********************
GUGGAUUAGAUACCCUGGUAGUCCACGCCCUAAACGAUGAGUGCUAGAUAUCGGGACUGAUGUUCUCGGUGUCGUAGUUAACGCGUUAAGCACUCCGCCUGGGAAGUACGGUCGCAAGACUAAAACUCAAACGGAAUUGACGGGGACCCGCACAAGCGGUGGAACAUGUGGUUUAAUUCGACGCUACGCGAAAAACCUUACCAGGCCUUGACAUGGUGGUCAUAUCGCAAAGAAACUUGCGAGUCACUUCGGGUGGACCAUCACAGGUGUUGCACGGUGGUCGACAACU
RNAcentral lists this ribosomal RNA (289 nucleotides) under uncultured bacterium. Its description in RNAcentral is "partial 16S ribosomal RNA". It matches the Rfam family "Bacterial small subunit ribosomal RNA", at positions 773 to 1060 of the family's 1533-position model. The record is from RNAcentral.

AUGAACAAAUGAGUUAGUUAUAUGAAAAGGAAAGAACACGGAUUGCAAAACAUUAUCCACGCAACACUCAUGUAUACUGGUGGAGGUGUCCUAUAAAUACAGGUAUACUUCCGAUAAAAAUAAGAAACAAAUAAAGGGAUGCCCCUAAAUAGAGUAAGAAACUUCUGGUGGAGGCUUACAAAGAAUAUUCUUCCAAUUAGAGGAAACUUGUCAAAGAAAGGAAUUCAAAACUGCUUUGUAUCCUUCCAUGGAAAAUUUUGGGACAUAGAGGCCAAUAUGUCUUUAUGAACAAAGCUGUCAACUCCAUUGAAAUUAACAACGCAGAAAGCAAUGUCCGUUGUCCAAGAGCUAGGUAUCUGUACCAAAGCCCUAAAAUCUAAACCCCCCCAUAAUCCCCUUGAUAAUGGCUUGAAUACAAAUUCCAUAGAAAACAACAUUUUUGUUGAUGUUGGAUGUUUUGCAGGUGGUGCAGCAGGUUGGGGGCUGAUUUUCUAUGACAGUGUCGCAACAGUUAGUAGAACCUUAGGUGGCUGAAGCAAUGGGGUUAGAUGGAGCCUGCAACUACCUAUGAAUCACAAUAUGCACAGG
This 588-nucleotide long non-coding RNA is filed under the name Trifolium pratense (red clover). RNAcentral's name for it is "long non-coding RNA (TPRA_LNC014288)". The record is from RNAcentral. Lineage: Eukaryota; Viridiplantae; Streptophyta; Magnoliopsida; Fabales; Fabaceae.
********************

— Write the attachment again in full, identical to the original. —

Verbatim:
GUGGAUUAGAUACCCUGGUAGUCCACGCCCUAAACGAUGAGUGCUAGAUAUCGGGACUGAUGUUCUCGGUGUCGUAGUUAACGCGUUAAGCACUCCGCCUGGGAAGUACGGUCGCAAGACUAAAACUCAAACGGAAUUGACGGGGACCCGCACAAGCGGUGGAACAUGUGGUUUAAUUCGACGCUACGCGAAAAACCUUACCAGGCCUUGACAUGGUGGUCAUAUCGCAAAGAAACUUGCGAGUCACUUCGGGUGGACCAUCACAGGUGUUGCACGGUGGUCGACAACU
RNAcentral lists this ribosomal RNA (289 nucleotides) under uncultured bacterium. Its description in RNAcentral is "partial 16S ribosomal RNA". It matches the Rfam family "Bacterial small subunit ribosomal RNA", at positions 773 to 1060 of the family's 1533-position model. The record is from RNAcentral.

AUGAACAAAUGAGUUAGUUAUAUGAAAAGGAAAGAACACGGAUUGCAAAACAUUAUCCACGCAACACUCAUGUAUACUGGUGGAGGUGUCCUAUAAAUACAGGUAUACUUCCGAUAAAAAUAAGAAACAAAUAAAGGGAUGCCCCUAAAUAGAGUAAGAAACUUCUGGUGGAGGCUUACAAAGAAUAUUCUUCCAAUUAGAGGAAACUUGUCAAAGAAAGGAAUUCAAAACUGCUUUGUAUCCUUCCAUGGAAAAUUUUGGGACAUAGAGGCCAAUAUGUCUUUAUGAACAAAGCUGUCAACUCCAUUGAAAUUAACAACGCAGAAAGCAAUGUCCGUUGUCCAAGAGCUAGGUAUCUGUACCAAAGCCCUAAAAUCUAAACCCCCCCAUAAUCCCCUUGAUAAUGGCUUGAAUACAAAUUCCAUAGAAAACAACAUUUUUGUUGAUGUUGGAUGUUUUGCAGGUGGUGCAGCAGGUUGGGGGCUGAUUUUCUAUGACAGUGUCGCAACAGUUAGUAGAACCUUAGGUGGCUGAAGCAAUGGGGUUAGAUGGAGCCUGCAACUACCUAUGAAUCACAAUAUGCACAGG
This 588-nucleotide long non-coding RNA is filed under the name Trifolium pratense (red clover). RNAcentral's name for it is "long non-coding RNA (TPRA_LNC014288)". The record is from RNAcentral. Lineage: Eukaryota; Viridiplantae; Streptophyta; Magnoliopsida; Fabales; Fabaceae.